Additionally, the pay for an unnamed attorney working for the district increased from $50,000 to $90,000 in fiscal year 2018 “without sufficient documentation to support the increase,” according to the audit. The increased payment was not included in the fiscal year 2018 budget and there is no current employment or contractor agreement between the district and attorney, the audit said.
According to the audit, the School Committee did vote to expand the attorney’s responsibilities in Oct. 2017, though City Solicitor Christine O’Connor told auditors her office still conducts many of these duties.
As part of the audit, employees in the central office were interviewed about former Superintendent Khelfaoui and former Chief Financial Officer Gary Frisch.
“The interviews conducted revealed an environment of conflicting opinions, emotions and confusion towards Dr. Khelfaoui and Mr. Frisch,” the audit said.
The audit found employees were split on Khelfaoui with some describing him as a good leader and others saying he frequently played favorites to the detriment of others.
Frisch was described by employees as “overwhelmed.” The audit also found the former chief financial officer described himself as a certified public accountant on his resume even though his license had not been renewed since 1997.
* Finally, the audit called into question the district’s three-year, $9.7 million special education transportation contract with Pridestar EMS, Inc. that was approved by the School Committee in February of this year.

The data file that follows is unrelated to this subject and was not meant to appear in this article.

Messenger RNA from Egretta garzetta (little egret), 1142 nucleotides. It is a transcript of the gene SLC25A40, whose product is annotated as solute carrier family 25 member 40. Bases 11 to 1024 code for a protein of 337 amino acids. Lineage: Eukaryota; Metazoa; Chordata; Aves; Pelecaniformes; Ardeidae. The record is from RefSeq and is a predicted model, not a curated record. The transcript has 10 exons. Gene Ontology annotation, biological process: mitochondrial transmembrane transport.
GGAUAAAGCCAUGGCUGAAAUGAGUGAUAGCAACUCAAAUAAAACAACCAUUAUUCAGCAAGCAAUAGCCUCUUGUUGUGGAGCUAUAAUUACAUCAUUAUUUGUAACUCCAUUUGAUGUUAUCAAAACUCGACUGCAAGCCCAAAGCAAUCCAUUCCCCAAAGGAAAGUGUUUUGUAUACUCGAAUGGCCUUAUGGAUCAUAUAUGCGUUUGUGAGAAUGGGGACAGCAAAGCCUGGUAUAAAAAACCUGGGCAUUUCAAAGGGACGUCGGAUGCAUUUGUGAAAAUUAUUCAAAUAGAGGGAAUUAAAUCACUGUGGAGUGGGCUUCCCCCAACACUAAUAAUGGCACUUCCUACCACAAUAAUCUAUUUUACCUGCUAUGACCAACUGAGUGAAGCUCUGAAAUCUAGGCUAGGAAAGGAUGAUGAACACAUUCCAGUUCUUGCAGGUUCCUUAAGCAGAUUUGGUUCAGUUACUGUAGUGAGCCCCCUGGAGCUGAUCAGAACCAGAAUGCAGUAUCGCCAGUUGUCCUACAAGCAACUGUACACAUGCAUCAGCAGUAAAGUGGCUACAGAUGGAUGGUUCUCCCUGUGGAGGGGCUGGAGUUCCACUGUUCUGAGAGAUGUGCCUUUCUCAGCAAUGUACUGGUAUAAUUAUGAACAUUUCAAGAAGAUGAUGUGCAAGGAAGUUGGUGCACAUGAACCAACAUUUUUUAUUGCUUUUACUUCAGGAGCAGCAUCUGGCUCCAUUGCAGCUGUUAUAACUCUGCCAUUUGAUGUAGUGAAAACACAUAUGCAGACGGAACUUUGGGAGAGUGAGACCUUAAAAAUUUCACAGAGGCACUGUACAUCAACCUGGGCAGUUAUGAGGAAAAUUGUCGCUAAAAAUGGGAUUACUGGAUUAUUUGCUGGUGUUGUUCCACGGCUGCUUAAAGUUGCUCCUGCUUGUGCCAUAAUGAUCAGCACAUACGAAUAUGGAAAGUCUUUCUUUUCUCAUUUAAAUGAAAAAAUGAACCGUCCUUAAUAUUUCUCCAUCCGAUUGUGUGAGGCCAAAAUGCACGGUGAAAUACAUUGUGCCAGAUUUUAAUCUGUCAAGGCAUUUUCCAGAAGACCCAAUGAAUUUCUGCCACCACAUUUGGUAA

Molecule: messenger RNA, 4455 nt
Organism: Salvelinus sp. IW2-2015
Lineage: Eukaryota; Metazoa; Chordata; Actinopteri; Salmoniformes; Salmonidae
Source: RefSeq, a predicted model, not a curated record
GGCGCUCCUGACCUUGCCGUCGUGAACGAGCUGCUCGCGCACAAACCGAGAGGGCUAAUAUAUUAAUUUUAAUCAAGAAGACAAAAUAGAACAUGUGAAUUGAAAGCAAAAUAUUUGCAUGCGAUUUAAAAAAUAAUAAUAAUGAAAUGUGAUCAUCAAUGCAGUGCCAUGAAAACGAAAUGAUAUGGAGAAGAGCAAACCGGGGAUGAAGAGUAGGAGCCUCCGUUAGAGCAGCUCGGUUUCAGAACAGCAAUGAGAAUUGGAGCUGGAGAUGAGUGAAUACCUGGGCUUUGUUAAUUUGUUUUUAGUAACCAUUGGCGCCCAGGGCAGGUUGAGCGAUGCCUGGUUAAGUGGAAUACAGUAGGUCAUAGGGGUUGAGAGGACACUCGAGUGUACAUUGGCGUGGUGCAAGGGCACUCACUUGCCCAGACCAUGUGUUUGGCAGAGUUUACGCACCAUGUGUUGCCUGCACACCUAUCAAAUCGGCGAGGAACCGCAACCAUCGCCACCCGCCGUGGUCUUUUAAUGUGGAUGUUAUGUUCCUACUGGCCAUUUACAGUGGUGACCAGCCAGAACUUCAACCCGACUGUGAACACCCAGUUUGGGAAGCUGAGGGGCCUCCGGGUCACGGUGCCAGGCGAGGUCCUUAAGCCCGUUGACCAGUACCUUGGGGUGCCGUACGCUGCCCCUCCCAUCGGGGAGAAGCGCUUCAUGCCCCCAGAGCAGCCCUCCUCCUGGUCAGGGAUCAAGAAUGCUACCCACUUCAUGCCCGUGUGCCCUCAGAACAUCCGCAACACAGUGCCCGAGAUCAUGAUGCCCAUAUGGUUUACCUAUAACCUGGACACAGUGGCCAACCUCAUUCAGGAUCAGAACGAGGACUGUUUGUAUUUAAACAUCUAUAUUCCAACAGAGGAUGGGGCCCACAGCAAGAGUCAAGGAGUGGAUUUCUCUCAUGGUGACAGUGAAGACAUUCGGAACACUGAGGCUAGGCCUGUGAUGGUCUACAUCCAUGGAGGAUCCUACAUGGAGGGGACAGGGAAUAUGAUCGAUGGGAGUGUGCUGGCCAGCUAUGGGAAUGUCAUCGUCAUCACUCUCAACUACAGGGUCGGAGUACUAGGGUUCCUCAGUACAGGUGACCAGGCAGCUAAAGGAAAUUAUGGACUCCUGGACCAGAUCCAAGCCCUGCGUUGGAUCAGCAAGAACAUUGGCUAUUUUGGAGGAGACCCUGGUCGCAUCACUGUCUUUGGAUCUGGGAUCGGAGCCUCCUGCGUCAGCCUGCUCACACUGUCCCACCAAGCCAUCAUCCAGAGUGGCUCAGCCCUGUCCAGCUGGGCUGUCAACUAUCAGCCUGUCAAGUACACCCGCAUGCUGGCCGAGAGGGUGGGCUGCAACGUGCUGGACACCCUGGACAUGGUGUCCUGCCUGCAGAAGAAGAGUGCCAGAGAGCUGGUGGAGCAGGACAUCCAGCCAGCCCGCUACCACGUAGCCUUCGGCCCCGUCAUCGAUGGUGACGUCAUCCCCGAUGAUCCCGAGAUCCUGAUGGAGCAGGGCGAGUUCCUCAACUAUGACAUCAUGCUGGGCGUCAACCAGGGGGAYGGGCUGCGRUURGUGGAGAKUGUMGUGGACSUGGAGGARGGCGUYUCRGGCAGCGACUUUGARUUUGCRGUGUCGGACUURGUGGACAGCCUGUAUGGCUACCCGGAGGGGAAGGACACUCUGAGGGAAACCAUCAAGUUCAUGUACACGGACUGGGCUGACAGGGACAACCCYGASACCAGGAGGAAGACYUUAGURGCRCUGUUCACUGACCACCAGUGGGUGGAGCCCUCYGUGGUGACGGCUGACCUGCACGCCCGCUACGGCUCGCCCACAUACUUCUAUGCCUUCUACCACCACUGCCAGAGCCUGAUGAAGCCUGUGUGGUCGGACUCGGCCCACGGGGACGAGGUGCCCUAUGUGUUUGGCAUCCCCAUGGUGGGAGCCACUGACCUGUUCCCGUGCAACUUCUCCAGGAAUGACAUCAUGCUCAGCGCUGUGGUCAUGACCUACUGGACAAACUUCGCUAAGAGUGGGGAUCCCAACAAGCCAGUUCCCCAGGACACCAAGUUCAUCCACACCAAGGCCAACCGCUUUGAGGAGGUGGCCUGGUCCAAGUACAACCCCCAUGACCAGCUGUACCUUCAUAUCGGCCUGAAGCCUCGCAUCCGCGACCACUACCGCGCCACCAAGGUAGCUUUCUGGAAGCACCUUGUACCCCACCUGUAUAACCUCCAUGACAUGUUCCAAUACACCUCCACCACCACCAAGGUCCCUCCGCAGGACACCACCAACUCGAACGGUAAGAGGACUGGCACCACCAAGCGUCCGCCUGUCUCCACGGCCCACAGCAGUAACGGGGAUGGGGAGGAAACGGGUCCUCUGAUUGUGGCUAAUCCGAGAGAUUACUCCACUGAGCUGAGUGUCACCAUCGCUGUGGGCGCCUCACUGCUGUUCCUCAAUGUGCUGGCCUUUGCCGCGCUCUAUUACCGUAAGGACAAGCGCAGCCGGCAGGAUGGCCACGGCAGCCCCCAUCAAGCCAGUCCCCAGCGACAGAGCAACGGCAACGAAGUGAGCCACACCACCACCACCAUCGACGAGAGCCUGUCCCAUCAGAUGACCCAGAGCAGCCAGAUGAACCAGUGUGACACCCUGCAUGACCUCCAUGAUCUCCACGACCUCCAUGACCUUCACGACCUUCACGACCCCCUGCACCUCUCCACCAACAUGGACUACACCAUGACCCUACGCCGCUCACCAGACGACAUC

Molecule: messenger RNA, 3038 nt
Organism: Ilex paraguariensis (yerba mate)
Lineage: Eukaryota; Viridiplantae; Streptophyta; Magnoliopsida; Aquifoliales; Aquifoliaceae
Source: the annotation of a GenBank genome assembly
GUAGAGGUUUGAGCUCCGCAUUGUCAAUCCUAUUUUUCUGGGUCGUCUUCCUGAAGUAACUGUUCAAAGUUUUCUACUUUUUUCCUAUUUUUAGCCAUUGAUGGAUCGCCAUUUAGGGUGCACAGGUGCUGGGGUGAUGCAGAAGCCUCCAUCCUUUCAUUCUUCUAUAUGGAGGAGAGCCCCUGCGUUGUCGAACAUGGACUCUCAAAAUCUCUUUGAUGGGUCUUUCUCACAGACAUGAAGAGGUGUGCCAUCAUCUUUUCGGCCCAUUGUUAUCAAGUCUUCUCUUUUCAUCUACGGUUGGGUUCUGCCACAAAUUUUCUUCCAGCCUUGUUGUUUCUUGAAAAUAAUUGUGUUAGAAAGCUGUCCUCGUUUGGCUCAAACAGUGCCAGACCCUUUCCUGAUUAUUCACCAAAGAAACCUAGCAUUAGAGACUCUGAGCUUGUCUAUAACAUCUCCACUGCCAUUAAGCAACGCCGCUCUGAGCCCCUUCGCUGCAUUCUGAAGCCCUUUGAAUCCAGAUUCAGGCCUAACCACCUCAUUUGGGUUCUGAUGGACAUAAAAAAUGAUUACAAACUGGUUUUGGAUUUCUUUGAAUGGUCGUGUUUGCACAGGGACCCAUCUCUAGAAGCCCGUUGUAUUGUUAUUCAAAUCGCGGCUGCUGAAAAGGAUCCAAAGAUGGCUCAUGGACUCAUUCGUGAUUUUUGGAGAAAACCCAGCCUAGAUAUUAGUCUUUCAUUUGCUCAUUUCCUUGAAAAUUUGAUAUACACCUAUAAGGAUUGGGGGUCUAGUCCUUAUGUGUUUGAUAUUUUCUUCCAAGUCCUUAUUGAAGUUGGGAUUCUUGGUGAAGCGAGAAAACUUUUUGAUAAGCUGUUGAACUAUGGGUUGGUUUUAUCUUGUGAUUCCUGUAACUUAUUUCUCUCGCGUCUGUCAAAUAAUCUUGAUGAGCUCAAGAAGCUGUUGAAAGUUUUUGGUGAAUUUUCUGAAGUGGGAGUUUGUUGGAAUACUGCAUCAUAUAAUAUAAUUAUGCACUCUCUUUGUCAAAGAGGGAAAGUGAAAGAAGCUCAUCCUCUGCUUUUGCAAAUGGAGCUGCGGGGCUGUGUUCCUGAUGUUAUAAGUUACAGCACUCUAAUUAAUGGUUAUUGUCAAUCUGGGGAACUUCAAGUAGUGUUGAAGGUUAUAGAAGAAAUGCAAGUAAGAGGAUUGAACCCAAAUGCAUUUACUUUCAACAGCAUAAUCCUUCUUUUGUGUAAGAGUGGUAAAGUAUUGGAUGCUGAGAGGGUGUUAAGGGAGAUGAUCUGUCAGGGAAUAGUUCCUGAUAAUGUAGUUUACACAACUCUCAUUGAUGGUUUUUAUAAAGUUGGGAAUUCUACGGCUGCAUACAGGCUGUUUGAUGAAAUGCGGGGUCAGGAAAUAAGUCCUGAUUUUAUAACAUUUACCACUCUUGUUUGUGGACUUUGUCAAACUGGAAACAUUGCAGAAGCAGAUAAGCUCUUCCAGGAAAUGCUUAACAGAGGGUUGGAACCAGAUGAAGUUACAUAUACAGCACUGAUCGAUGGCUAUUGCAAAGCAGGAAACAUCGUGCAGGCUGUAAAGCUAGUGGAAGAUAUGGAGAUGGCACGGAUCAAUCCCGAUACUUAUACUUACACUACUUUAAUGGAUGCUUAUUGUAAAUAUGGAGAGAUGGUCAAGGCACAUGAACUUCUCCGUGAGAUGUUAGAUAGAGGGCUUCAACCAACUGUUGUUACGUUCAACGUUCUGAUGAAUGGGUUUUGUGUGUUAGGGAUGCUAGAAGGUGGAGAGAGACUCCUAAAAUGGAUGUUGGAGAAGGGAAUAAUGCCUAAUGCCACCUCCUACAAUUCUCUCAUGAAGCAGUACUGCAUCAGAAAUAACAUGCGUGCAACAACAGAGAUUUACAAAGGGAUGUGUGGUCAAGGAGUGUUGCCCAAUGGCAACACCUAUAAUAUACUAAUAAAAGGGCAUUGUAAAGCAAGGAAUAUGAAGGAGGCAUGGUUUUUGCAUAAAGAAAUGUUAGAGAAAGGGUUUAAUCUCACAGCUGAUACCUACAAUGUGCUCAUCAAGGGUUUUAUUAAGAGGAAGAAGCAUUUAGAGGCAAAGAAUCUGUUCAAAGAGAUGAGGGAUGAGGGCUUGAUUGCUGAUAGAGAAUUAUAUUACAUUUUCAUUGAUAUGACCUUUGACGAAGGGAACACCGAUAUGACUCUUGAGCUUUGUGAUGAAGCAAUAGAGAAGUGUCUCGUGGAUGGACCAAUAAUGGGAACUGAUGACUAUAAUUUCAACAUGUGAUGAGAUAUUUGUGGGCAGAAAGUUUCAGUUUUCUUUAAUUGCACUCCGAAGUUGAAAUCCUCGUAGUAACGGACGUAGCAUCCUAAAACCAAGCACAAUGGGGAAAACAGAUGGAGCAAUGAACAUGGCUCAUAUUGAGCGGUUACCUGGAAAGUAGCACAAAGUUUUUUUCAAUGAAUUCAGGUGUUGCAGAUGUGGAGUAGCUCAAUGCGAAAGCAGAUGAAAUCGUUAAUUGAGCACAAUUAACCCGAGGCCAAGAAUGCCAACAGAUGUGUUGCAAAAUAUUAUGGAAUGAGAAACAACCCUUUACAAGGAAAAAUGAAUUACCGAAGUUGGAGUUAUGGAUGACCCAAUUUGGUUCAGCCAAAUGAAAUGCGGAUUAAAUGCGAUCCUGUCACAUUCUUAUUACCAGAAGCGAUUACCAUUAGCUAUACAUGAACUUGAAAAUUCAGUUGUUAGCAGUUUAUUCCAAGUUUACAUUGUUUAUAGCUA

Khelfaoui did not present a competing offer from North Reading Transportation (NRT), Inc. to the School Committee, which could have saved the district $1.9 million over four and a half years, according to the audit.
This conflict was the topic of a state Inspector General complaint filed earlier this year.
Pridestar featured in another section of the audit, which highlighted the process of choosing a building for a new day school location.
An employee from Pridestar, notified the district that Pridestar’s holding company, the Daly Group, LLC ,owned buildings in the area that might be suitable for the school’s new location, according to the audit.
The audit described school administrators touring a building on 60 Carlisle St. in Chelmsford, before the district went out to bid on proposals for a new location. The Chelmsford location was ultimately selected over another offer, a building at 144 Merrimack St. in Lowell, according to the audit.
“In the spirit of the law, this would appear to give The Daly Group a competitive advantage over any other entity submitting a bid,” the audit read. “Whether it actually resulted in an unfair advantage is unknown.
The audit comes during a period of turmoil in the district.
On July 18, a split Lowell School Committee voted to begin the process of terminating Khelfaoui and placed the superintendent on paid administrative leave. The same night Mayor William Samaras, who opposed Khelfaoui’s continued employment, requested this outside audit.
The School Committee approved spending up to $50,000 for the audit. The final cost was not available Friday evening.
Almost four months after starting the process, a still divided School Committee voted to terminate Khelfaoui on Nov. 14.
In the meantime, Billie Jo Turner, the Interim Assistant Superintendent of Finance, conducted a review of the fiscal year 2019 budget and found a $2.48 million deficit even after the district received $2.2 million in additional unbudgeted revenue. Her figures do not include the $2.1 million in improper food service account offsets that the state will require the district to repay.
Her review has received a mixed response from the School Committee with some members describing the numbers as inflated and others pushing to close the hole.
The School Committee is expected to discuss the audit at 6:30 p.m. on Wednesday in City Council Chambers.
Follow Elizabeth Dobbins on Twitter @ElizDobbins